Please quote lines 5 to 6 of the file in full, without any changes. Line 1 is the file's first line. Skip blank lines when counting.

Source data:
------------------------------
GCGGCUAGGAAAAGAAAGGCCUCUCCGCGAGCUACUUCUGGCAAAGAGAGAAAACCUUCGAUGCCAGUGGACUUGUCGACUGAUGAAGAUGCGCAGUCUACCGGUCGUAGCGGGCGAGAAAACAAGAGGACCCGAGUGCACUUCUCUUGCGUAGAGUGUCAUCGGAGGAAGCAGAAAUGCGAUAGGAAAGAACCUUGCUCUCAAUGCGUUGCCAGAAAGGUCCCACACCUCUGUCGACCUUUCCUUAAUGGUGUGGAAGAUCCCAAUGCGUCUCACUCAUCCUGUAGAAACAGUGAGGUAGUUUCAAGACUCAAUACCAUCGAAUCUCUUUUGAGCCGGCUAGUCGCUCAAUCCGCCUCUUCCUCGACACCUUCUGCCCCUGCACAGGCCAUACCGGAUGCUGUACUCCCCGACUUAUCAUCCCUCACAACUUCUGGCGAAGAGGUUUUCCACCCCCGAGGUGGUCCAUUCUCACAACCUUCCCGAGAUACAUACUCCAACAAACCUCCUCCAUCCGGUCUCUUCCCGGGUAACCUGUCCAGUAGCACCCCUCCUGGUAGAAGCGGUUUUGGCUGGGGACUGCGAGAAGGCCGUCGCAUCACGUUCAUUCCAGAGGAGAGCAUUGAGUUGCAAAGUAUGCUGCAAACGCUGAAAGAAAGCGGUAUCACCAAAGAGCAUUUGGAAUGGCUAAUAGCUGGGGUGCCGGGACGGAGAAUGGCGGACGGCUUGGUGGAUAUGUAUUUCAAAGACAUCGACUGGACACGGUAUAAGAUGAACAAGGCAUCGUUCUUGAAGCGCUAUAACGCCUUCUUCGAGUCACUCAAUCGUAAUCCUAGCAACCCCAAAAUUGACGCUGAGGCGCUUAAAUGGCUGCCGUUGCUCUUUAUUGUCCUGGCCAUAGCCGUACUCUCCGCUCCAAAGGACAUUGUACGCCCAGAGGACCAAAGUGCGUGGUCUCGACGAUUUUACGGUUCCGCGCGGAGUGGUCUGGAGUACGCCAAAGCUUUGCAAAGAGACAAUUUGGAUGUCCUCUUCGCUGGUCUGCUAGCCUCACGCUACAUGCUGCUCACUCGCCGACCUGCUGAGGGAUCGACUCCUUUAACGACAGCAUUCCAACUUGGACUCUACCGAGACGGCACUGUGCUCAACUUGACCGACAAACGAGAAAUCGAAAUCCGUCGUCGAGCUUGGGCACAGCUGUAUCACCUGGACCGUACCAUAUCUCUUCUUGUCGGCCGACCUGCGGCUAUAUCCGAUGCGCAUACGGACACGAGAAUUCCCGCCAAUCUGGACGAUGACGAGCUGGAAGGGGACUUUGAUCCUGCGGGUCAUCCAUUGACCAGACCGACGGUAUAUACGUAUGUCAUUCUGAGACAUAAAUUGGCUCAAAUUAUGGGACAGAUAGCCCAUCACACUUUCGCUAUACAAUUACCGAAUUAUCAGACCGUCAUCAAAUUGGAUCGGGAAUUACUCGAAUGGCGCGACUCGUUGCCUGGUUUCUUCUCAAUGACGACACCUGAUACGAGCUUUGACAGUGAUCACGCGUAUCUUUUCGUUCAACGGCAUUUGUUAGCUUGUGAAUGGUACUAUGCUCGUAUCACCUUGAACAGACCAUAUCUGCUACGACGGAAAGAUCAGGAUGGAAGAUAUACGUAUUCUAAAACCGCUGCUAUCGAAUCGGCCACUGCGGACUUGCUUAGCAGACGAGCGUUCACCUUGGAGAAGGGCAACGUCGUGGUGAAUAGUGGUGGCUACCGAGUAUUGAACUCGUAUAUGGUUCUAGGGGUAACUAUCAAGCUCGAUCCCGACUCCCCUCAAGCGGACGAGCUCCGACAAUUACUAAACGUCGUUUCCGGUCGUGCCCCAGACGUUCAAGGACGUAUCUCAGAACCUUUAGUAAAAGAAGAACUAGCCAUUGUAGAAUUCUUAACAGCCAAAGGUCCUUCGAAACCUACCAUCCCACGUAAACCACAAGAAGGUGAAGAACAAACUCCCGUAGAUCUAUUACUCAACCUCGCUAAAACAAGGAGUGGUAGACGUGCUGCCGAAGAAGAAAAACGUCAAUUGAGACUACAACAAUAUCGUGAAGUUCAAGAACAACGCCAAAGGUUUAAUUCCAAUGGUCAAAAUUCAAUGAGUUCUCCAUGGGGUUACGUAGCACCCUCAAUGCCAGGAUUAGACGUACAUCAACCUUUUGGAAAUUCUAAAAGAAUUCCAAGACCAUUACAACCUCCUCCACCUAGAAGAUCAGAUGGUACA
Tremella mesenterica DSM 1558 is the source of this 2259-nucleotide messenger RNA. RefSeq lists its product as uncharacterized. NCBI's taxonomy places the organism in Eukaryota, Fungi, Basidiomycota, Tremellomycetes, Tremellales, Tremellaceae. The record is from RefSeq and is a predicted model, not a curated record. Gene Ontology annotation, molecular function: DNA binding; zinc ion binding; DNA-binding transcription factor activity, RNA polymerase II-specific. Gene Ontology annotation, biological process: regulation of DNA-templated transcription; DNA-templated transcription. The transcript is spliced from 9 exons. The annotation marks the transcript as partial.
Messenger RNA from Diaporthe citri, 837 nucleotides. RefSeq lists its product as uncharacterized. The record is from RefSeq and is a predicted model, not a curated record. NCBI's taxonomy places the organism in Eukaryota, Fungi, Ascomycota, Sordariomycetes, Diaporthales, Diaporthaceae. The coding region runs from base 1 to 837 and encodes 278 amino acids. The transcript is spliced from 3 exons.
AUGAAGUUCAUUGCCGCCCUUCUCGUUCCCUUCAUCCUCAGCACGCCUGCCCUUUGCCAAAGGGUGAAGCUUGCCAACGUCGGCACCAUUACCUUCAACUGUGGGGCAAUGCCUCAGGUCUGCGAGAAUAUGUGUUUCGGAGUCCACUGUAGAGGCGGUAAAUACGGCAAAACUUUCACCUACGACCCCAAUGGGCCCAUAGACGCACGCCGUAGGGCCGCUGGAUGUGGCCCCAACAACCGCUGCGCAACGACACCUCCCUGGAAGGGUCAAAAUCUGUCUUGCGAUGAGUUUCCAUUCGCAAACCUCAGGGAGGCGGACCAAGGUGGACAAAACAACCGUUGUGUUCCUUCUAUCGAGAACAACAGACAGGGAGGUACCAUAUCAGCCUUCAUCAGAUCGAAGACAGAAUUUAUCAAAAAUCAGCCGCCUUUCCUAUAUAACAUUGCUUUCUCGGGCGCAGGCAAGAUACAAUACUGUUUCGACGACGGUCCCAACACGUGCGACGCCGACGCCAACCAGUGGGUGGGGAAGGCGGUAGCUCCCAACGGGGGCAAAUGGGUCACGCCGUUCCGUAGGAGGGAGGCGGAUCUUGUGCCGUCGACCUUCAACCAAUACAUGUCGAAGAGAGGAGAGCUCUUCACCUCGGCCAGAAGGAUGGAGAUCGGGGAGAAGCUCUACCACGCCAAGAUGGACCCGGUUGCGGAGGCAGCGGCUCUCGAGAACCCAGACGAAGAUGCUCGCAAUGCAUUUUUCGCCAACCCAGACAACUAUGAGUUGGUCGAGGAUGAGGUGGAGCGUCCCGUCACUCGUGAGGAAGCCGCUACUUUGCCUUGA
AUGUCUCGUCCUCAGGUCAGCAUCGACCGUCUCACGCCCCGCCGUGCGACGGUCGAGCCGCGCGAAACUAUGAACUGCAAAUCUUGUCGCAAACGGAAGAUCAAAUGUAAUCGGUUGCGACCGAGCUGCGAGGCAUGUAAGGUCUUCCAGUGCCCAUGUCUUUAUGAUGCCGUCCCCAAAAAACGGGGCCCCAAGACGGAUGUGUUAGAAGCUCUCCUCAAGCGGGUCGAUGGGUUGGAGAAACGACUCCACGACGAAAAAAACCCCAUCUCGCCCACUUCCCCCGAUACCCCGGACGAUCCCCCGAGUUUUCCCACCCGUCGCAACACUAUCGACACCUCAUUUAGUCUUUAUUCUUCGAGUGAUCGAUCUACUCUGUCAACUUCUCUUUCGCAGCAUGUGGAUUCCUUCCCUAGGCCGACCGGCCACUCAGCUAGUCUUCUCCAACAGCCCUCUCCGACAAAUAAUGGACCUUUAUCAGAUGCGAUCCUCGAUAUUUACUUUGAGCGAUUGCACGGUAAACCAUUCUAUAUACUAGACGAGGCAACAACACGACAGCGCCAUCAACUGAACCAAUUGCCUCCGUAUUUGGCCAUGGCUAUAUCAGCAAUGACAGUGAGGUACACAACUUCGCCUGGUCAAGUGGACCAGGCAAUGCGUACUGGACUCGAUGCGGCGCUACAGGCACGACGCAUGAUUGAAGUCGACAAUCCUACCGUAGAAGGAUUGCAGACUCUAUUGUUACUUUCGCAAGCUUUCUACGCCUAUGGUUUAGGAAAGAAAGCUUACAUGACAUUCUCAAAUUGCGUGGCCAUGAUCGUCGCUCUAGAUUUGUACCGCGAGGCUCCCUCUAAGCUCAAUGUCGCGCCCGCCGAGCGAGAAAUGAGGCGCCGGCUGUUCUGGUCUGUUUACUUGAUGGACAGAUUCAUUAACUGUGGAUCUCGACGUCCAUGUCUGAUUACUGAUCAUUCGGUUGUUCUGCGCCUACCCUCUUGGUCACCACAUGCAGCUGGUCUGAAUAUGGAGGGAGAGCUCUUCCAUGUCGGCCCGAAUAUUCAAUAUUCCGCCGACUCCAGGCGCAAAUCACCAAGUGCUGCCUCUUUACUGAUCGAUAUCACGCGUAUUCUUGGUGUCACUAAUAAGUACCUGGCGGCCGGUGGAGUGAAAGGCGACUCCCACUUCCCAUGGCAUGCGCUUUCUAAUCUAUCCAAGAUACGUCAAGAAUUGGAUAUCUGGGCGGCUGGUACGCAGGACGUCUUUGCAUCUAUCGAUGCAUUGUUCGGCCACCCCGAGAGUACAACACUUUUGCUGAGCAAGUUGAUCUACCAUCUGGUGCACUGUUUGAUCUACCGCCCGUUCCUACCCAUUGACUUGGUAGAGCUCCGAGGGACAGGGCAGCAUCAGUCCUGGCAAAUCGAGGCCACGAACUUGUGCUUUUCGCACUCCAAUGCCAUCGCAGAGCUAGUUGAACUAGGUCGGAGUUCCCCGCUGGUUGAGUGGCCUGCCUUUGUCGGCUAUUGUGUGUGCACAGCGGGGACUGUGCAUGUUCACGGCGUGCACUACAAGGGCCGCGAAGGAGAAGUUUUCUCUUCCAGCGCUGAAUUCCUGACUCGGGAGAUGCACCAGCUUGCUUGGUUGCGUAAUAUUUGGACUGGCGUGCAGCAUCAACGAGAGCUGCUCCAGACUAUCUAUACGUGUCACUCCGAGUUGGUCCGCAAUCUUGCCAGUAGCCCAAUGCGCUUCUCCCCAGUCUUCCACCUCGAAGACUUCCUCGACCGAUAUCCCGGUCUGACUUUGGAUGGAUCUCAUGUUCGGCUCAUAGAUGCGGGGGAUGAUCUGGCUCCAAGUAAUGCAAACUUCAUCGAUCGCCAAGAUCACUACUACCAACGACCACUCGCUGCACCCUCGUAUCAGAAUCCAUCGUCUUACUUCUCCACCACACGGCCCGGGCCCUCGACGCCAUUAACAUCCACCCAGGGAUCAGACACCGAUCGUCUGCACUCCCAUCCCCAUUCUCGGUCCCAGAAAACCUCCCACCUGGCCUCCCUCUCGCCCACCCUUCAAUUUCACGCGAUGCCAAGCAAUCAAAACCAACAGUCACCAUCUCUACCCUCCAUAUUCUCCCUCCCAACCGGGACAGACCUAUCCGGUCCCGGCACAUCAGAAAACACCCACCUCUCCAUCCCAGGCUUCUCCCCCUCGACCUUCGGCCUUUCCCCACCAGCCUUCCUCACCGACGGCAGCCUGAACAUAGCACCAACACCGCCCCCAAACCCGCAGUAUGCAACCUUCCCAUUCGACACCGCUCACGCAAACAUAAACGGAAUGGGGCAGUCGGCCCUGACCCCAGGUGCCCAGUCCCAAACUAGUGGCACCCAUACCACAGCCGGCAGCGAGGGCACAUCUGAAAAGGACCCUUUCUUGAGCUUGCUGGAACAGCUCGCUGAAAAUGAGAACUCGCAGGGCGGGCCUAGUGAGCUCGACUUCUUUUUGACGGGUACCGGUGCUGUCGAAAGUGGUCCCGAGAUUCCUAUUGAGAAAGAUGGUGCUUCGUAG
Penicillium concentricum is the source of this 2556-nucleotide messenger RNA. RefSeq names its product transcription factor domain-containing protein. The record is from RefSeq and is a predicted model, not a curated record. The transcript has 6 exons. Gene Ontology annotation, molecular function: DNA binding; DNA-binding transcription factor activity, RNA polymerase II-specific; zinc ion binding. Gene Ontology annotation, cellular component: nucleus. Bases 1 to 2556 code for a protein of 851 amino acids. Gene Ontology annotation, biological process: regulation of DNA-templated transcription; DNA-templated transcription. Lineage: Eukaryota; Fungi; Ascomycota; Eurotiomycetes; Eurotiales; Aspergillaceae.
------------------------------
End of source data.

AUGUCUCGUCCUCAGGUCAGCAUCGACCGUCUCACGCCCCGCCGUGCGACGGUCGAGCCGCGCGAAACUAUGAACUGCAAAUCUUGUCGCAAACGGAAGAUCAAAUGUAAUCGGUUGCGACCGAGCUGCGAGGCAUGUAAGGUCUUCCAGUGCCCAUGUCUUUAUGAUGCCGUCCCCAAAAAACGGGGCCCCAAGACGGAUGUGUUAGAAGCUCUCCUCAAGCGGGUCGAUGGGUUGGAGAAACGACUCCACGACGAAAAAAACCCCAUCUCGCCCACUUCCCCCGAUACCCCGGACGAUCCCCCGAGUUUUCCCACCCGUCGCAACACUAUCGACACCUCAUUUAGUCUUUAUUCUUCGAGUGAUCGAUCUACUCUGUCAACUUCUCUUUCGCAGCAUGUGGAUUCCUUCCCUAGGCCGACCGGCCACUCAGCUAGUCUUCUCCAACAGCCCUCUCCGACAAAUAAUGGACCUUUAUCAGAUGCGAUCCUCGAUAUUUACUUUGAGCGAUUGCACGGUAAACCAUUCUAUAUACUAGACGAGGCAACAACACGACAGCGCCAUCAACUGAACCAAUUGCCUCCGUAUUUGGCCAUGGCUAUAUCAGCAAUGACAGUGAGGUACACAACUUCGCCUGGUCAAGUGGACCAGGCAAUGCGUACUGGACUCGAUGCGGCGCUACAGGCACGACGCAUGAUUGAAGUCGACAAUCCUACCGUAGAAGGAUUGCAGACUCUAUUGUUACUUUCGCAAGCUUUCUACGCCUAUGGUUUAGGAAAGAAAGCUUACAUGACAUUCUCAAAUUGCGUGGCCAUGAUCGUCGCUCUAGAUUUGUACCGCGAGGCUCCCUCUAAGCUCAAUGUCGCGCCCGCCGAGCGAGAAAUGAGGCGCCGGCUGUUCUGGUCUGUUUACUUGAUGGACAGAUUCAUUAACUGUGGAUCUCGACGUCCAUGUCUGAUUACUGAUCAUUCGGUUGUUCUGCGCCUACCCUCUUGGUCACCACAUGCAGCUGGUCUGAAUAUGGAGGGAGAGCUCUUCCAUGUCGGCCCGAAUAUUCAAUAUUCCGCCGACUCCAGGCGCAAAUCACCAAGUGCUGCCUCUUUACUGAUCGAUAUCACGCGUAUUCUUGGUGUCACUAAUAAGUACCUGGCGGCCGGUGGAGUGAAAGGCGACUCCCACUUCCCAUGGCAUGCGCUUUCUAAUCUAUCCAAGAUACGUCAAGAAUUGGAUAUCUGGGCGGCUGGUACGCAGGACGUCUUUGCAUCUAUCGAUGCAUUGUUCGGCCACCCCGAGAGUACAACACUUUUGCUGAGCAAGUUGAUCUACCAUCUGGUGCACUGUUUGAUCUACCGCCCGUUCCUACCCAUUGACUUGGUAGAGCUCCGAGGGACAGGGCAGCAUCAGUCCUGGCAAAUCGAGGCCACGAACUUGUGCUUUUCGCACUCCAAUGCCAUCGCAGAGCUAGUUGAACUAGGUCGGAGUUCCCCGCUGGUUGAGUGGCCUGCCUUUGUCGGCUAUUGUGUGUGCACAGCGGGGACUGUGCAUGUUCACGGCGUGCACUACAAGGGCCGCGAAGGAGAAGUUUUCUCUUCCAGCGCUGAAUUCCUGACUCGGGAGAUGCACCAGCUUGCUUGGUUGCGUAAUAUUUGGACUGGCGUGCAGCAUCAACGAGAGCUGCUCCAGACUAUCUAUACGUGUCACUCCGAGUUGGUCCGCAAUCUUGCCAGUAGCCCAAUGCGCUUCUCCCCAGUCUUCCACCUCGAAGACUUCCUCGACCGAUAUCCCGGUCUGACUUUGGAUGGAUCUCAUGUUCGGCUCAUAGAUGCGGGGGAUGAUCUGGCUCCAAGUAAUGCAAACUUCAUCGAUCGCCAAGAUCACUACUACCAACGACCACUCGCUGCACCCUCGUAUCAGAAUCCAUCGUCUUACUUCUCCACCACACGGCCCGGGCCCUCGACGCCAUUAACAUCCACCCAGGGAUCAGACACCGAUCGUCUGCACUCCCAUCCCCAUUCUCGGUCCCAGAAAACCUCCCACCUGGCCUCCCUCUCGCCCACCCUUCAAUUUCACGCGAUGCCAAGCAAUCAAAACCAACAGUCACCAUCUCUACCCUCCAUAUUCUCCCUCCCAACCGGGACAGACCUAUCCGGUCCCGGCACAUCAGAAAACACCCACCUCUCCAUCCCAGGCUUCUCCCCCUCGACCUUCGGCCUUUCCCCACCAGCCUUCCUCACCGACGGCAGCCUGAACAUAGCACCAACACCGCCCCCAAACCCGCAGUAUGCAACCUUCCCAUUCGACACCGCUCACGCAAACAUAAACGGAAUGGGGCAGUCGGCCCUGACCCCAGGUGCCCAGUCCCAAACUAGUGGCACCCAUACCACAGCCGGCAGCGAGGGCACAUCUGAAAAGGACCCUUUCUUGAGCUUGCUGGAACAGCUCGCUGAAAAUGAGAACUCGCAGGGCGGGCCUAGUGAGCUCGACUUCUUUUUGACGGGUACCGGUGCUGUCGAAAGUGGUCCCGAGAUUCCUAUUGAGAAAGAUGGUGCUUCGUAG
Penicillium concentricum is the source of this 2556-nucleotide messenger RNA. RefSeq names its product transcription factor domain-containing protein. The record is from RefSeq and is a predicted model, not a curated record. The transcript has 6 exons. Gene Ontology annotation, molecular function: DNA binding; DNA-binding transcription factor activity, RNA polymerase II-specific; zinc ion binding. Gene Ontology annotation, cellular component: nucleus. Bases 1 to 2556 code for a protein of 851 amino acids. Gene Ontology annotation, biological process: regulation of DNA-templated transcription; DNA-templated transcription. Lineage: Eukaryota; Fungi; Ascomycota; Eurotiomycetes; Eurotiales; Aspergillaceae.